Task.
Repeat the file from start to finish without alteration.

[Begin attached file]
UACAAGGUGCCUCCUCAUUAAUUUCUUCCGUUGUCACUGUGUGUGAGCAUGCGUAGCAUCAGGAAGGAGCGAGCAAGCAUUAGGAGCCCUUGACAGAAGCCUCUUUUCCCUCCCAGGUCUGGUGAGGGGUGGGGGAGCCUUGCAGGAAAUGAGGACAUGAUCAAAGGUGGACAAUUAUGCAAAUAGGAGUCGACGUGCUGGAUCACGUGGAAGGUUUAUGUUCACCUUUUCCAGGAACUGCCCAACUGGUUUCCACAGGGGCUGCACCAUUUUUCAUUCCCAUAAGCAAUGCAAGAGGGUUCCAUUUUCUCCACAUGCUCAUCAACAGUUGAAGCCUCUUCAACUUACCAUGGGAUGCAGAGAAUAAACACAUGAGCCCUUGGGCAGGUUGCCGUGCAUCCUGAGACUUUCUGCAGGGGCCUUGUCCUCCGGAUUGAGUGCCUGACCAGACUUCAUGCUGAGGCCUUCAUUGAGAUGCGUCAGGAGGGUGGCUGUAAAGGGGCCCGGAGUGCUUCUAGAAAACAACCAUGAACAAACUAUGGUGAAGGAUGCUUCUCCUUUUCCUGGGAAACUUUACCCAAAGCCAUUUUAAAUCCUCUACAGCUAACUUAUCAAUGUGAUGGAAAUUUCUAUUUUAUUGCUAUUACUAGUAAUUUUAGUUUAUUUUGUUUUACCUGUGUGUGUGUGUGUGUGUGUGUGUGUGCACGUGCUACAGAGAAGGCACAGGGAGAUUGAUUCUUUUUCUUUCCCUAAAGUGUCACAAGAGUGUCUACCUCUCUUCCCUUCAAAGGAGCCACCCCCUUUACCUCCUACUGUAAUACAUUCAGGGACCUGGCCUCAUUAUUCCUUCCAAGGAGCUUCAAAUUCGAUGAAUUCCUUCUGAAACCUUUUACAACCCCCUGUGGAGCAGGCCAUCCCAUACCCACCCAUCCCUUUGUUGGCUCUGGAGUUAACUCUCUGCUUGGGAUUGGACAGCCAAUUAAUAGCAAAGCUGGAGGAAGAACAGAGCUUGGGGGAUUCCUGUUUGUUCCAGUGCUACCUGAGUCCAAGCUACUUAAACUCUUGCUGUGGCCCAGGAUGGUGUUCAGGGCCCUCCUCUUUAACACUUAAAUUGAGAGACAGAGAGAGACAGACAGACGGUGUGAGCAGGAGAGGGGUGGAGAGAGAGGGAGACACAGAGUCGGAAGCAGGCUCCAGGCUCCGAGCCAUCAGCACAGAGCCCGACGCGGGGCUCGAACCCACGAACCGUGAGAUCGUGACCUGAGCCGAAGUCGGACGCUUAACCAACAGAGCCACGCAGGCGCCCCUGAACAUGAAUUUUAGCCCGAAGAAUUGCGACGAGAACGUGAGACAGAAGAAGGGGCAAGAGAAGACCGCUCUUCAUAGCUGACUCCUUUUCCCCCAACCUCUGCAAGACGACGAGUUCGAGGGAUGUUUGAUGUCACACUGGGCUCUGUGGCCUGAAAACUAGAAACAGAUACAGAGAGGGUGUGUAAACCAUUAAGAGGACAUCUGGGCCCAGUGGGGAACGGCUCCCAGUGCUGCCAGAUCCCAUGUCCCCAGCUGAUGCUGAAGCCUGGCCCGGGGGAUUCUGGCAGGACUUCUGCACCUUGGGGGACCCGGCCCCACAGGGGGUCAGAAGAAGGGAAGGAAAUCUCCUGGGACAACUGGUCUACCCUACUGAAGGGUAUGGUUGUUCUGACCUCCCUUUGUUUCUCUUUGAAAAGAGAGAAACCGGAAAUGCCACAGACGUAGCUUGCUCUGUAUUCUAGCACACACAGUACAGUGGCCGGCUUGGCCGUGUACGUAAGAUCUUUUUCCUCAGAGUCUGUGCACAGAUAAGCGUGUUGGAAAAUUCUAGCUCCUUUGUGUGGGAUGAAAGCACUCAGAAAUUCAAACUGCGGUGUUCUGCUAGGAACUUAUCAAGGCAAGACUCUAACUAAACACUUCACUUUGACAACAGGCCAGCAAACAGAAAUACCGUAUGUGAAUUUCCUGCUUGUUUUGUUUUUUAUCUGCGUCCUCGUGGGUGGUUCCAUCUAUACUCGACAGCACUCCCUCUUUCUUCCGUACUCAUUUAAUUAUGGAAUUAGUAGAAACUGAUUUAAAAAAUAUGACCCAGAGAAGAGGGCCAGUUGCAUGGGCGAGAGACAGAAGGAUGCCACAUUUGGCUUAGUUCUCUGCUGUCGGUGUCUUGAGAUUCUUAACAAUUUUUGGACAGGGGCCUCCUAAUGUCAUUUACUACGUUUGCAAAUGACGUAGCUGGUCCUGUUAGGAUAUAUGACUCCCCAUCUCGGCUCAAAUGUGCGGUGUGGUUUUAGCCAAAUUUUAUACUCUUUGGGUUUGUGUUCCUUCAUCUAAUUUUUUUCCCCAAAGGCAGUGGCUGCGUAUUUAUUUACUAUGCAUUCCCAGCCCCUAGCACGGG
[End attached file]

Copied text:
UACAAGGUGCCUCCUCAUUAAUUUCUUCCGUUGUCACUGUGUGUGAGCAUGCGUAGCAUCAGGAAGGAGCGAGCAAGCAUUAGGAGCCCUUGACAGAAGCCUCUUUUCCCUCCCAGGUCUGGUGAGGGGUGGGGGAGCCUUGCAGGAAAUGAGGACAUGAUCAAAGGUGGACAAUUAUGCAAAUAGGAGUCGACGUGCUGGAUCACGUGGAAGGUUUAUGUUCACCUUUUCCAGGAACUGCCCAACUGGUUUCCACAGGGGCUGCACCAUUUUUCAUUCCCAUAAGCAAUGCAAGAGGGUUCCAUUUUCUCCACAUGCUCAUCAACAGUUGAAGCCUCUUCAACUUACCAUGGGAUGCAGAGAAUAAACACAUGAGCCCUUGGGCAGGUUGCCGUGCAUCCUGAGACUUUCUGCAGGGGCCUUGUCCUCCGGAUUGAGUGCCUGACCAGACUUCAUGCUGAGGCCUUCAUUGAGAUGCGUCAGGAGGGUGGCUGUAAAGGGGCCCGGAGUGCUUCUAGAAAACAACCAUGAACAAACUAUGGUGAAGGAUGCUUCUCCUUUUCCUGGGAAACUUUACCCAAAGCCAUUUUAAAUCCUCUACAGCUAACUUAUCAAUGUGAUGGAAAUUUCUAUUUUAUUGCUAUUACUAGUAAUUUUAGUUUAUUUUGUUUUACCUGUGUGUGUGUGUGUGUGUGUGUGUGUGCACGUGCUACAGAGAAGGCACAGGGAGAUUGAUUCUUUUUCUUUCCCUAAAGUGUCACAAGAGUGUCUACCUCUCUUCCCUUCAAAGGAGCCACCCCCUUUACCUCCUACUGUAAUACAUUCAGGGACCUGGCCUCAUUAUUCCUUCCAAGGAGCUUCAAAUUCGAUGAAUUCCUUCUGAAACCUUUUACAACCCCCUGUGGAGCAGGCCAUCCCAUACCCACCCAUCCCUUUGUUGGCUCUGGAGUUAACUCUCUGCUUGGGAUUGGACAGCCAAUUAAUAGCAAAGCUGGAGGAAGAACAGAGCUUGGGGGAUUCCUGUUUGUUCCAGUGCUACCUGAGUCCAAGCUACUUAAACUCUUGCUGUGGCCCAGGAUGGUGUUCAGGGCCCUCCUCUUUAACACUUAAAUUGAGAGACAGAGAGAGACAGACAGACGGUGUGAGCAGGAGAGGGGUGGAGAGAGAGGGAGACACAGAGUCGGAAGCAGGCUCCAGGCUCCGAGCCAUCAGCACAGAGCCCGACGCGGGGCUCGAACCCACGAACCGUGAGAUCGUGACCUGAGCCGAAGUCGGACGCUUAACCAACAGAGCCACGCAGGCGCCCCUGAACAUGAAUUUUAGCCCGAAGAAUUGCGACGAGAACGUGAGACAGAAGAAGGGGCAAGAGAAGACCGCUCUUCAUAGCUGACUCCUUUUCCCCCAACCUCUGCAAGACGACGAGUUCGAGGGAUGUUUGAUGUCACACUGGGCUCUGUGGCCUGAAAACUAGAAACAGAUACAGAGAGGGUGUGUAAACCAUUAAGAGGACAUCUGGGCCCAGUGGGGAACGGCUCCCAGUGCUGCCAGAUCCCAUGUCCCCAGCUGAUGCUGAAGCCUGGCCCGGGGGAUUCUGGCAGGACUUCUGCACCUUGGGGGACCCGGCCCCACAGGGGGUCAGAAGAAGGGAAGGAAAUCUCCUGGGACAACUGGUCUACCCUACUGAAGGGUAUGGUUGUUCUGACCUCCCUUUGUUUCUCUUUGAAAAGAGAGAAACCGGAAAUGCCACAGACGUAGCUUGCUCUGUAUUCUAGCACACACAGUACAGUGGCCGGCUUGGCCGUGUACGUAAGAUCUUUUUCCUCAGAGUCUGUGCACAGAUAAGCGUGUUGGAAAAUUCUAGCUCCUUUGUGUGGGAUGAAAGCACUCAGAAAUUCAAACUGCGGUGUUCUGCUAGGAACUUAUCAAGGCAAGACUCUAACUAAACACUUCACUUUGACAACAGGCCAGCAAACAGAAAUACCGUAUGUGAAUUUCCUGCUUGUUUUGUUUUUUAUCUGCGUCCUCGUGGGUGGUUCCAUCUAUACUCGACAGCACUCCCUCUUUCUUCCGUACUCAUUUAAUUAUGGAAUUAGUAGAAACUGAUUUAAAAAAUAUGACCCAGAGAAGAGGGCCAGUUGCAUGGGCGAGAGACAGAAGGAUGCCACAUUUGGCUUAGUUCUCUGCUGUCGGUGUCUUGAGAUUCUUAACAAUUUUUGGACAGGGGCCUCCUAAUGUCAUUUACUACGUUUGCAAAUGACGUAGCUGGUCCUGUUAGGAUAUAUGACUCCCCAUCUCGGCUCAAAUGUGCGGUGUGGUUUUAGCCAAAUUUUAUACUCUUUGGGUUUGUGUUCCUUCAUCUAAUUUUUUUCCCCAAAGGCAGUGGCUGCGUAUUUAUUUACUAUGCAUUCCCAGCCCCUAGCACGGG